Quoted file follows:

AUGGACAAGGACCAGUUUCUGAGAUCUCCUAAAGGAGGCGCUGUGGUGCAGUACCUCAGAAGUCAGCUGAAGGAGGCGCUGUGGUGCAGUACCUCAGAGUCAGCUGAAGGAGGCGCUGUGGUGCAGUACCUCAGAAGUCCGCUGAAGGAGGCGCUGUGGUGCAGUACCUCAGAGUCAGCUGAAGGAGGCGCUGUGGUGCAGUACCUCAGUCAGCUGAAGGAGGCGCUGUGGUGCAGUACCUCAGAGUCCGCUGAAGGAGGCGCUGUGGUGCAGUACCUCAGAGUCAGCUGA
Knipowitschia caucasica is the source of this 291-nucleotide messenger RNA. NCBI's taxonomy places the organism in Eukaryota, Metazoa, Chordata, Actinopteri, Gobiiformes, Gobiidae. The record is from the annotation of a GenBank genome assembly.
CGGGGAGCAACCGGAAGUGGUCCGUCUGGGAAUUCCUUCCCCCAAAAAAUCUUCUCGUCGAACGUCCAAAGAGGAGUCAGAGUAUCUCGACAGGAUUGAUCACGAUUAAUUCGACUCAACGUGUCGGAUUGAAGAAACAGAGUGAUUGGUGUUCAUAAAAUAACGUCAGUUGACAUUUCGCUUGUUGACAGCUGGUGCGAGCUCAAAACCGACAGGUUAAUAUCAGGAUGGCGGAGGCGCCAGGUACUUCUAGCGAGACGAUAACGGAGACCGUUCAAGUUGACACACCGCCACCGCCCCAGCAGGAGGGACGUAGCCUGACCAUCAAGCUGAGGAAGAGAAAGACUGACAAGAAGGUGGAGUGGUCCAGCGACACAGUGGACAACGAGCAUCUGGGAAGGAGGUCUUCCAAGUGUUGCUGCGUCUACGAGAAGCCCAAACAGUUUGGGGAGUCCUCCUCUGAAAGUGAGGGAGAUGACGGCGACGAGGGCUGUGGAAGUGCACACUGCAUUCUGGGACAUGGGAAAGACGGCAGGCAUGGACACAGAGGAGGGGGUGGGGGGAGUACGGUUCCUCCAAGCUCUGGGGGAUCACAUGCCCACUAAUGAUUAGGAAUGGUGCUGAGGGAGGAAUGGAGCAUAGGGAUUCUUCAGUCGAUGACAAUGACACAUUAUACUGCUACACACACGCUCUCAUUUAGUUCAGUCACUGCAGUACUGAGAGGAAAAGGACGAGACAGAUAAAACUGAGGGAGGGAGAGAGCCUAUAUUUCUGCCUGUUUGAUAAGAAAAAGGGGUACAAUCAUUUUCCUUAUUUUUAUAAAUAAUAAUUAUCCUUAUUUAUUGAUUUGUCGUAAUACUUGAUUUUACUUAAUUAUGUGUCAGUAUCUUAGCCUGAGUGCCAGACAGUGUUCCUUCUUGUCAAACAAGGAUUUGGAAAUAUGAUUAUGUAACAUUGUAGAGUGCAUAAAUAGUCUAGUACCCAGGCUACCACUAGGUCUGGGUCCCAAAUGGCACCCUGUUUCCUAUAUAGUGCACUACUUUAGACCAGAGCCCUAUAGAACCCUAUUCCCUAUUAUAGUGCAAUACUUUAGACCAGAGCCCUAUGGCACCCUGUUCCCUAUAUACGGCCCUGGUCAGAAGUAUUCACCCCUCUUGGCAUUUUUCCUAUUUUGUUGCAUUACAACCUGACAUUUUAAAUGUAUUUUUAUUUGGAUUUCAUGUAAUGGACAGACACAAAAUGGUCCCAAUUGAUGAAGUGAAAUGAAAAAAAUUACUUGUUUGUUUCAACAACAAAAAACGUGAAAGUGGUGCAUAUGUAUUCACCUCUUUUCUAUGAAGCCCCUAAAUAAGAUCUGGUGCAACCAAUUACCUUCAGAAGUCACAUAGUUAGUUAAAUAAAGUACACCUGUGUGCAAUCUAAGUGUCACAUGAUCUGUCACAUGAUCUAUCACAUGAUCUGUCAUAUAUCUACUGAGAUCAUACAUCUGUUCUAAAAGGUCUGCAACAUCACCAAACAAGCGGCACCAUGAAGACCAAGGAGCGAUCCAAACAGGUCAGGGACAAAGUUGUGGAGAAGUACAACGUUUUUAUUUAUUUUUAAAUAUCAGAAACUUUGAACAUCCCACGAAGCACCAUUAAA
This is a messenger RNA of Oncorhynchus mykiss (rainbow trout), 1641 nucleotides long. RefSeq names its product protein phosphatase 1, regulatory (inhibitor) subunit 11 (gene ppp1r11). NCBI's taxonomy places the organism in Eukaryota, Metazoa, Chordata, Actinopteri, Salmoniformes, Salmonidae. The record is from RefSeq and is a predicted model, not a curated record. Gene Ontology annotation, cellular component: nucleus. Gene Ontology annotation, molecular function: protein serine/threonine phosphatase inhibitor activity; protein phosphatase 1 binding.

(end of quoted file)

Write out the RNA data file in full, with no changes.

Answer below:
AUGGACAAGGACCAGUUUCUGAGAUCUCCUAAAGGAGGCGCUGUGGUGCAGUACCUCAGAAGUCAGCUGAAGGAGGCGCUGUGGUGCAGUACCUCAGAGUCAGCUGAAGGAGGCGCUGUGGUGCAGUACCUCAGAAGUCCGCUGAAGGAGGCGCUGUGGUGCAGUACCUCAGAGUCAGCUGAAGGAGGCGCUGUGGUGCAGUACCUCAGUCAGCUGAAGGAGGCGCUGUGGUGCAGUACCUCAGAGUCCGCUGAAGGAGGCGCUGUGGUGCAGUACCUCAGAGUCAGCUGA
Knipowitschia caucasica is the source of this 291-nucleotide messenger RNA. NCBI's taxonomy places the organism in Eukaryota, Metazoa, Chordata, Actinopteri, Gobiiformes, Gobiidae. The record is from the annotation of a GenBank genome assembly.
CGGGGAGCAACCGGAAGUGGUCCGUCUGGGAAUUCCUUCCCCCAAAAAAUCUUCUCGUCGAACGUCCAAAGAGGAGUCAGAGUAUCUCGACAGGAUUGAUCACGAUUAAUUCGACUCAACGUGUCGGAUUGAAGAAACAGAGUGAUUGGUGUUCAUAAAAUAACGUCAGUUGACAUUUCGCUUGUUGACAGCUGGUGCGAGCUCAAAACCGACAGGUUAAUAUCAGGAUGGCGGAGGCGCCAGGUACUUCUAGCGAGACGAUAACGGAGACCGUUCAAGUUGACACACCGCCACCGCCCCAGCAGGAGGGACGUAGCCUGACCAUCAAGCUGAGGAAGAGAAAGACUGACAAGAAGGUGGAGUGGUCCAGCGACACAGUGGACAACGAGCAUCUGGGAAGGAGGUCUUCCAAGUGUUGCUGCGUCUACGAGAAGCCCAAACAGUUUGGGGAGUCCUCCUCUGAAAGUGAGGGAGAUGACGGCGACGAGGGCUGUGGAAGUGCACACUGCAUUCUGGGACAUGGGAAAGACGGCAGGCAUGGACACAGAGGAGGGGGUGGGGGGAGUACGGUUCCUCCAAGCUCUGGGGGAUCACAUGCCCACUAAUGAUUAGGAAUGGUGCUGAGGGAGGAAUGGAGCAUAGGGAUUCUUCAGUCGAUGACAAUGACACAUUAUACUGCUACACACACGCUCUCAUUUAGUUCAGUCACUGCAGUACUGAGAGGAAAAGGACGAGACAGAUAAAACUGAGGGAGGGAGAGAGCCUAUAUUUCUGCCUGUUUGAUAAGAAAAAGGGGUACAAUCAUUUUCCUUAUUUUUAUAAAUAAUAAUUAUCCUUAUUUAUUGAUUUGUCGUAAUACUUGAUUUUACUUAAUUAUGUGUCAGUAUCUUAGCCUGAGUGCCAGACAGUGUUCCUUCUUGUCAAACAAGGAUUUGGAAAUAUGAUUAUGUAACAUUGUAGAGUGCAUAAAUAGUCUAGUACCCAGGCUACCACUAGGUCUGGGUCCCAAAUGGCACCCUGUUUCCUAUAUAGUGCACUACUUUAGACCAGAGCCCUAUAGAACCCUAUUCCCUAUUAUAGUGCAAUACUUUAGACCAGAGCCCUAUGGCACCCUGUUCCCUAUAUACGGCCCUGGUCAGAAGUAUUCACCCCUCUUGGCAUUUUUCCUAUUUUGUUGCAUUACAACCUGACAUUUUAAAUGUAUUUUUAUUUGGAUUUCAUGUAAUGGACAGACACAAAAUGGUCCCAAUUGAUGAAGUGAAAUGAAAAAAAUUACUUGUUUGUUUCAACAACAAAAAACGUGAAAGUGGUGCAUAUGUAUUCACCUCUUUUCUAUGAAGCCCCUAAAUAAGAUCUGGUGCAACCAAUUACCUUCAGAAGUCACAUAGUUAGUUAAAUAAAGUACACCUGUGUGCAAUCUAAGUGUCACAUGAUCUGUCACAUGAUCUAUCACAUGAUCUGUCAUAUAUCUACUGAGAUCAUACAUCUGUUCUAAAAGGUCUGCAACAUCACCAAACAAGCGGCACCAUGAAGACCAAGGAGCGAUCCAAACAGGUCAGGGACAAAGUUGUGGAGAAGUACAACGUUUUUAUUUAUUUUUAAAUAUCAGAAACUUUGAACAUCCCACGAAGCACCAUUAAA
This is a messenger RNA of Oncorhynchus mykiss (rainbow trout), 1641 nucleotides long. RefSeq names its product protein phosphatase 1, regulatory (inhibitor) subunit 11 (gene ppp1r11). NCBI's taxonomy places the organism in Eukaryota, Metazoa, Chordata, Actinopteri, Salmoniformes, Salmonidae. The record is from RefSeq and is a predicted model, not a curated record. Gene Ontology annotation, cellular component: nucleus. Gene Ontology annotation, molecular function: protein serine/threonine phosphatase inhibitor activity; protein phosphatase 1 binding.